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Stock markets are reacting less to US 'trade-tariff tantrum': strategist

Joanna Campione
·Producer

Investors are getting mixed signals on progress in the U.S-China trade war.

A day after President Donald Trump said he would delay additional tariffs on China to October 15 from October 1 as a “gesture of goodwill,” White House officials denied a report that they are considering an interim trade deal with China.

But the U.S. stock market continued to climb throughout Thursday’s trading session.

“As we go on in this trade tariff tantrum, the market's reaction is increasingly less and less,” Paul Schatz, Heritage Capital president, tells Yahoo Finance’s On the Move. “A couple months ago, news like this would've broken, and stocks would have gone down 1% to 2%.”

Instead, stocks hovered closer to record highs as investors mulled on other news: a sweeping stimulus package from the European Central Bank and U.S. core consumer prices hitting its highest level in a year. The Dow, S&P 500 and Nasdaq all closed the day up.

Schatz says investors don't seem to be reacting to every twist and turn in the trade saga as they did a month to three months ago.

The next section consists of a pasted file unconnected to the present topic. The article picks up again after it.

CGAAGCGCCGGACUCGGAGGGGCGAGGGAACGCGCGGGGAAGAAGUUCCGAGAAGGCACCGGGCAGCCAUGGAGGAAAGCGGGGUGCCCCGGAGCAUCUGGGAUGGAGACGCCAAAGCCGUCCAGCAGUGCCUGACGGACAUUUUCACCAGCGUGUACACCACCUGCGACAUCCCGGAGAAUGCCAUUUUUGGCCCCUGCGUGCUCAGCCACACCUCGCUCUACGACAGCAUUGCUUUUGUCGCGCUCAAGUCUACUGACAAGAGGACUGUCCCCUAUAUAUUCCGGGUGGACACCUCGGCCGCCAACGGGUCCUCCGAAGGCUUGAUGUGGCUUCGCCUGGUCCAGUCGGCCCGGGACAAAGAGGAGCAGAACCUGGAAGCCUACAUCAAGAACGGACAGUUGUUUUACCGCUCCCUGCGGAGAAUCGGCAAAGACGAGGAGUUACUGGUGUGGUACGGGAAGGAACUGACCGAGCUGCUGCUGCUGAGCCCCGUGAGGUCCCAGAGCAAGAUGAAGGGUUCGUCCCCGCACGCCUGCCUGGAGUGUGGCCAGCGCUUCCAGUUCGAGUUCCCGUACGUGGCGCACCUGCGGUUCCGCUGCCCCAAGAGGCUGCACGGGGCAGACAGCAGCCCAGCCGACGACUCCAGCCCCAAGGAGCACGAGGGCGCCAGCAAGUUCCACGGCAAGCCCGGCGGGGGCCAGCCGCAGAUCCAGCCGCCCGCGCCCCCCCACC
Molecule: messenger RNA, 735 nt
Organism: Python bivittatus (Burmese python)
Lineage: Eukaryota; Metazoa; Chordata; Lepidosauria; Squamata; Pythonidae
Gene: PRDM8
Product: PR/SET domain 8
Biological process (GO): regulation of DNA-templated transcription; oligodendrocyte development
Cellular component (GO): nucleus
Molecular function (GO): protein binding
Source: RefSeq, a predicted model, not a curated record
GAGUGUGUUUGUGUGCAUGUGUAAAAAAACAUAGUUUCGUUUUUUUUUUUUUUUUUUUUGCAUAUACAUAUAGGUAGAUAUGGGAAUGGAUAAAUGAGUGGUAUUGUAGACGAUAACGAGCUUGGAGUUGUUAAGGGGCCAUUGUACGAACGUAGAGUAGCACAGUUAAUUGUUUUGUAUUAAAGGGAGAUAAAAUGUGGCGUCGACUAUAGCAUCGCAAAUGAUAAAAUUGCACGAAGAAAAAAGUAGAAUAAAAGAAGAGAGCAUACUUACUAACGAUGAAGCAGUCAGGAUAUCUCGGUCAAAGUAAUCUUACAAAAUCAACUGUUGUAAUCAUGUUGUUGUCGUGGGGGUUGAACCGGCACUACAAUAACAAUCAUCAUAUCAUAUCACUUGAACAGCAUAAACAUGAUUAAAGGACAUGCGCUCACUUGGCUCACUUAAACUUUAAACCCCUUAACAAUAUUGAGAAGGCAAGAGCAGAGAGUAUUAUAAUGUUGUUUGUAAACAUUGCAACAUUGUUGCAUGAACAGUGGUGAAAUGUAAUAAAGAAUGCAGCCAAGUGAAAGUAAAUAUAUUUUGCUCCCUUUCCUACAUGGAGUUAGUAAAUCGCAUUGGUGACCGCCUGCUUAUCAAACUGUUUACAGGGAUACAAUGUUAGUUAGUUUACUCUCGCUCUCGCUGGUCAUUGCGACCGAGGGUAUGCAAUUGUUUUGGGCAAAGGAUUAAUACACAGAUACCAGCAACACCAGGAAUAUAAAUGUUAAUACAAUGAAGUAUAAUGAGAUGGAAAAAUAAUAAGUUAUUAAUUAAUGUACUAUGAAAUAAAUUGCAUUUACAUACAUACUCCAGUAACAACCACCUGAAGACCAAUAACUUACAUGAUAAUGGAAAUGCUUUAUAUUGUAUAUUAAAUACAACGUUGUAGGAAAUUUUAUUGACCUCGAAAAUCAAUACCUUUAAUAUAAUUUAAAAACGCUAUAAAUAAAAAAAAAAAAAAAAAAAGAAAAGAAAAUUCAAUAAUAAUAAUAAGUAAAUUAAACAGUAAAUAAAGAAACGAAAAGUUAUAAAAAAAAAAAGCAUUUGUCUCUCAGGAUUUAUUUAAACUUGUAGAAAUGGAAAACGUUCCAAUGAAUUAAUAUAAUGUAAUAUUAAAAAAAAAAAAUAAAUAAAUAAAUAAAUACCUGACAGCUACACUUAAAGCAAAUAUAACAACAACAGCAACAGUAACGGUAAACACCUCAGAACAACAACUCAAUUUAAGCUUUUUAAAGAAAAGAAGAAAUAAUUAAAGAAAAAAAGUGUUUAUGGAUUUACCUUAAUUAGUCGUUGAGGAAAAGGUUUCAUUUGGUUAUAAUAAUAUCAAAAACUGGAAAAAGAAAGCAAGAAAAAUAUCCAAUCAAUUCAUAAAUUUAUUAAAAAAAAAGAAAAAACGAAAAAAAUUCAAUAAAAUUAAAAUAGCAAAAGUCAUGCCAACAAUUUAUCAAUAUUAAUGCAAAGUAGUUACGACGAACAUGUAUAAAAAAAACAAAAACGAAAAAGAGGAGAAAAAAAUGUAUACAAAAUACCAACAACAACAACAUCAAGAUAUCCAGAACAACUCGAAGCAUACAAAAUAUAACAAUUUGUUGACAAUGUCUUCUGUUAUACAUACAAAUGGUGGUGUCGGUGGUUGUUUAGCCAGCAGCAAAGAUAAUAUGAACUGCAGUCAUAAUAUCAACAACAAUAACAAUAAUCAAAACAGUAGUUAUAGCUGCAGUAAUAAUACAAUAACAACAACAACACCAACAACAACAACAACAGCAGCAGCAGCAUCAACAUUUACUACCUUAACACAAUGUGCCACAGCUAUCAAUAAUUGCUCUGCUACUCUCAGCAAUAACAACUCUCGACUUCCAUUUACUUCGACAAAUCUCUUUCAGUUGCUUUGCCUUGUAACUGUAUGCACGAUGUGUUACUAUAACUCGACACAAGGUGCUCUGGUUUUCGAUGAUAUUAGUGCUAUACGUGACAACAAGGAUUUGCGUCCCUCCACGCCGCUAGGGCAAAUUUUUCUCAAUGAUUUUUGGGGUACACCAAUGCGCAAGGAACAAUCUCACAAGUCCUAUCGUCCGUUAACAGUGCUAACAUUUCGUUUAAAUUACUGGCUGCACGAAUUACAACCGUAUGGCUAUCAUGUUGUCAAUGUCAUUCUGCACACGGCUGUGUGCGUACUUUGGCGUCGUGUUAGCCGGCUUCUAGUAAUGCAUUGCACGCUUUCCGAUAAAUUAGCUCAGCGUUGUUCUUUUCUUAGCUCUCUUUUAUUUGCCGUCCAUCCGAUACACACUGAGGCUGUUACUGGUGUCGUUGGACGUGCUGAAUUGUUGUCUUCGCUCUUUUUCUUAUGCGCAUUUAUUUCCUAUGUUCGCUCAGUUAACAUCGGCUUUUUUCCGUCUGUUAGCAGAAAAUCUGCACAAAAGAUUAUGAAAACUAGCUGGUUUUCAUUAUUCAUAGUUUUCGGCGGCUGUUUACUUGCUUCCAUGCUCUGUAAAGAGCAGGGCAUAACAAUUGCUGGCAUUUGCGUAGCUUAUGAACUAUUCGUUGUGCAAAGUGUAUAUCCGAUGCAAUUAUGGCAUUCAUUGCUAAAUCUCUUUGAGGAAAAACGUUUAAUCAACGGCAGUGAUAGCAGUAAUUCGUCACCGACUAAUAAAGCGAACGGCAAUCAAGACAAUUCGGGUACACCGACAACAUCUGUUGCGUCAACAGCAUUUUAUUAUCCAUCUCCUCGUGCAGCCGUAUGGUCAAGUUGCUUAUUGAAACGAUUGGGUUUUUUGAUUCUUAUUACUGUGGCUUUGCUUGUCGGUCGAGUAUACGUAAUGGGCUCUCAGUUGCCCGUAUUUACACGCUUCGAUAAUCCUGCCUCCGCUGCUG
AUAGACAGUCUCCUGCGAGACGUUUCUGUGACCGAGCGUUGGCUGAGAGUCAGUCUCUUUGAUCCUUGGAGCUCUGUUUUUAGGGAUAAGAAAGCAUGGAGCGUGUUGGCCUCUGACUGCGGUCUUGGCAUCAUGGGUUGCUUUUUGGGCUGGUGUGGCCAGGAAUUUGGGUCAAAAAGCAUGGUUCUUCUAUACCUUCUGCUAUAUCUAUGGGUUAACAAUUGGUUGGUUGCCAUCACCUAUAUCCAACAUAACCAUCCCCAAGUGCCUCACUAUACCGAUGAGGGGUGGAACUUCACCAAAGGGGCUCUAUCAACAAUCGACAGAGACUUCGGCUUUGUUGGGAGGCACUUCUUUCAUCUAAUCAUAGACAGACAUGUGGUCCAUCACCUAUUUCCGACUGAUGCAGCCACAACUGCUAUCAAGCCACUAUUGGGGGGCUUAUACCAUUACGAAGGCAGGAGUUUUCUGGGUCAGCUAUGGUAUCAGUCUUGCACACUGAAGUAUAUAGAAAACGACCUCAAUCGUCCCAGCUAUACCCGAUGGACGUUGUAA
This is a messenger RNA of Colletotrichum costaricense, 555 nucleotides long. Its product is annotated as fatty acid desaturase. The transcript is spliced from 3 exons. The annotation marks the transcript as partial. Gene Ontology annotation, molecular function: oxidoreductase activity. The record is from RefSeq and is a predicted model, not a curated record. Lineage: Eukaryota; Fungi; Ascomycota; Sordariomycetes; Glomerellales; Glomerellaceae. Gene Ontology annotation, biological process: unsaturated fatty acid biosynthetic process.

“Investors should worry less about the tweets and more about other things in the markets. You know, earnings and the economy, and certainly sentiment,” he says. “But I don't think it's the clear-and-present danger it was several months ago.”

NEW YORK, NY - AUGUST 23: Traders work on the floor of the New York Stock Exchange (NYSE) on August 23, 2019 in New York City. The three major U.S. stock indexes ended lower, being their fourth consecutive week with some declines. (Photo by Eduardo Munoz Alvarez/Getty Images)
(Photo by Eduardo Munoz Alvarez/Getty Images)

A new round of talks is scheduled to take place in Washington in early October. Ahead of those talks comes reports that the Chinese may cut out some of the non-trade issues that have complicated progress, including U.S. involvement in the Hong Kong protests. That comes along with reports that China made its biggest purchase of U.S. soybeans since June, which could point to a willingness to come to a deal.

“I'm not sure the Chinese are actually in a position of strength, per se,” says Schatz. “But they're not in the position of weakness that the administration is selling.”

That's because, he says, there is no incentive for them to make a deal in the next 14 months leading up to the 2020 presidential election. “They know what they have in Trump. If they try to wait him out and he loses, perhaps they will get a better deal with somebody else,” Schatz say. “But frankly, 14 months to the Chinese is nothing.”

Joanna Campione is a producer for Yahoo Finance.

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